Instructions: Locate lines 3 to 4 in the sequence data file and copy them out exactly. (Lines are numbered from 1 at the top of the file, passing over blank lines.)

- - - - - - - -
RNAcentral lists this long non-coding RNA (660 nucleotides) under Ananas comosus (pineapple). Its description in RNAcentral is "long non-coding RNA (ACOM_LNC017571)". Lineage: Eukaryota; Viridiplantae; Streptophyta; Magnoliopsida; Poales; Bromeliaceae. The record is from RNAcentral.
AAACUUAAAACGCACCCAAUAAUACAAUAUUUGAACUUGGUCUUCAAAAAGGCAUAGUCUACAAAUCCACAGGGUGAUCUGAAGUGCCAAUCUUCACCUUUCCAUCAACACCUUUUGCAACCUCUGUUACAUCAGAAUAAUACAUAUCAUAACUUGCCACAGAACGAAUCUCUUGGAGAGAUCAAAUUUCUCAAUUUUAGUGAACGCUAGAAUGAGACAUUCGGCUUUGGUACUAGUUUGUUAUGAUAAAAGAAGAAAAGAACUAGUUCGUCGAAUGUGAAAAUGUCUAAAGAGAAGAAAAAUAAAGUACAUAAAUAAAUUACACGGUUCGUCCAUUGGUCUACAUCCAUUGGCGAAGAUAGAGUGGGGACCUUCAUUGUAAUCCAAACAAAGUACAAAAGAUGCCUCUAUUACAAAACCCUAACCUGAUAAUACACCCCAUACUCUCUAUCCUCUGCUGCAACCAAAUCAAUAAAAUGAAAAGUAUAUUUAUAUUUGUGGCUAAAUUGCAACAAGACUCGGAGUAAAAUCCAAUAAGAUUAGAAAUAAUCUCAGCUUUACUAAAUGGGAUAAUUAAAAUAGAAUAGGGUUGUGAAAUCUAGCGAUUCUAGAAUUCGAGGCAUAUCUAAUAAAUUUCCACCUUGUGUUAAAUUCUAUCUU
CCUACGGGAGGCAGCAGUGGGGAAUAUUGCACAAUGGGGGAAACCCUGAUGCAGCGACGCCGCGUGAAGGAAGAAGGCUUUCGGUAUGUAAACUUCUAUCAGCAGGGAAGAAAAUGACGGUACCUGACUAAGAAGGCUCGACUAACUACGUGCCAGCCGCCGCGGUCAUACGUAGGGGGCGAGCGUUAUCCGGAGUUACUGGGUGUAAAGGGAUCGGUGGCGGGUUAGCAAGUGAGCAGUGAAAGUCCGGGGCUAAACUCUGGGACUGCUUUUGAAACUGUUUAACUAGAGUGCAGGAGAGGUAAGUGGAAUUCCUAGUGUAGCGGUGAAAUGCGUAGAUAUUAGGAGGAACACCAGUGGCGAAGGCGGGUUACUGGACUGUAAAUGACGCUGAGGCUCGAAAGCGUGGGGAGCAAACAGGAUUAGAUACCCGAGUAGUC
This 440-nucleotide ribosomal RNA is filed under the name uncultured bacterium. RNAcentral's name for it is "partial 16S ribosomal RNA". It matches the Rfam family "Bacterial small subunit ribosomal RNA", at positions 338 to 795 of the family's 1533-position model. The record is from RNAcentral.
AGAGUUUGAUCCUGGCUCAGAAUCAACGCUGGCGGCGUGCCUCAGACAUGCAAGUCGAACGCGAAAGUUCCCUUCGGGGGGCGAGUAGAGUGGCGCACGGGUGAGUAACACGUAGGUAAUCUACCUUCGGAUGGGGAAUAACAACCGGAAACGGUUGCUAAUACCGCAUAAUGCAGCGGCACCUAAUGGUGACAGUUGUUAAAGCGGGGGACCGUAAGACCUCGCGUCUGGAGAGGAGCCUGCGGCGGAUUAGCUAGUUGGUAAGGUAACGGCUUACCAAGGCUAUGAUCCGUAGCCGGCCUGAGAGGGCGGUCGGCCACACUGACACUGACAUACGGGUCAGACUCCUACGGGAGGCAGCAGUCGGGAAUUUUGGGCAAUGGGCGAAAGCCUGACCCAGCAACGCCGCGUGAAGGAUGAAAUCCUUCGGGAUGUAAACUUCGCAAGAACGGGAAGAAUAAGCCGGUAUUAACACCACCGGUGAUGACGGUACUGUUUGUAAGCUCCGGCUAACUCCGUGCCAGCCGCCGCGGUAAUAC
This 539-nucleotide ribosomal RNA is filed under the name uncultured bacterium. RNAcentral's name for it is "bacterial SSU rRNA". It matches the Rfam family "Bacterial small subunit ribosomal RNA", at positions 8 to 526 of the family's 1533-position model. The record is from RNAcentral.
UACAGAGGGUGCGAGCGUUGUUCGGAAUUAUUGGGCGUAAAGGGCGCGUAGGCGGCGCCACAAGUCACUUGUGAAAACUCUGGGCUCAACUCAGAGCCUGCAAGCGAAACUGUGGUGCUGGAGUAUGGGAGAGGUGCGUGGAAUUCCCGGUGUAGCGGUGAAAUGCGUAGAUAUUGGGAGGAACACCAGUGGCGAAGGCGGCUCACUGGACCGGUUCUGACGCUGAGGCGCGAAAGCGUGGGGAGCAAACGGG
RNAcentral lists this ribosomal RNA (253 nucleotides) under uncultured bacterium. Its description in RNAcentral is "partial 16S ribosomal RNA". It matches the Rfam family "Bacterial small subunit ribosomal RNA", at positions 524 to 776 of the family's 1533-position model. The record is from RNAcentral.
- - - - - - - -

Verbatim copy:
CCUACGGGAGGCAGCAGUGGGGAAUAUUGCACAAUGGGGGAAACCCUGAUGCAGCGACGCCGCGUGAAGGAAGAAGGCUUUCGGUAUGUAAACUUCUAUCAGCAGGGAAGAAAAUGACGGUACCUGACUAAGAAGGCUCGACUAACUACGUGCCAGCCGCCGCGGUCAUACGUAGGGGGCGAGCGUUAUCCGGAGUUACUGGGUGUAAAGGGAUCGGUGGCGGGUUAGCAAGUGAGCAGUGAAAGUCCGGGGCUAAACUCUGGGACUGCUUUUGAAACUGUUUAACUAGAGUGCAGGAGAGGUAAGUGGAAUUCCUAGUGUAGCGGUGAAAUGCGUAGAUAUUAGGAGGAACACCAGUGGCGAAGGCGGGUUACUGGACUGUAAAUGACGCUGAGGCUCGAAAGCGUGGGGAGCAAACAGGAUUAGAUACCCGAGUAGUC
This 440-nucleotide ribosomal RNA is filed under the name uncultured bacterium. RNAcentral's name for it is "partial 16S ribosomal RNA". It matches the Rfam family "Bacterial small subunit ribosomal RNA", at positions 338 to 795 of the family's 1533-position model. The record is from RNAcentral.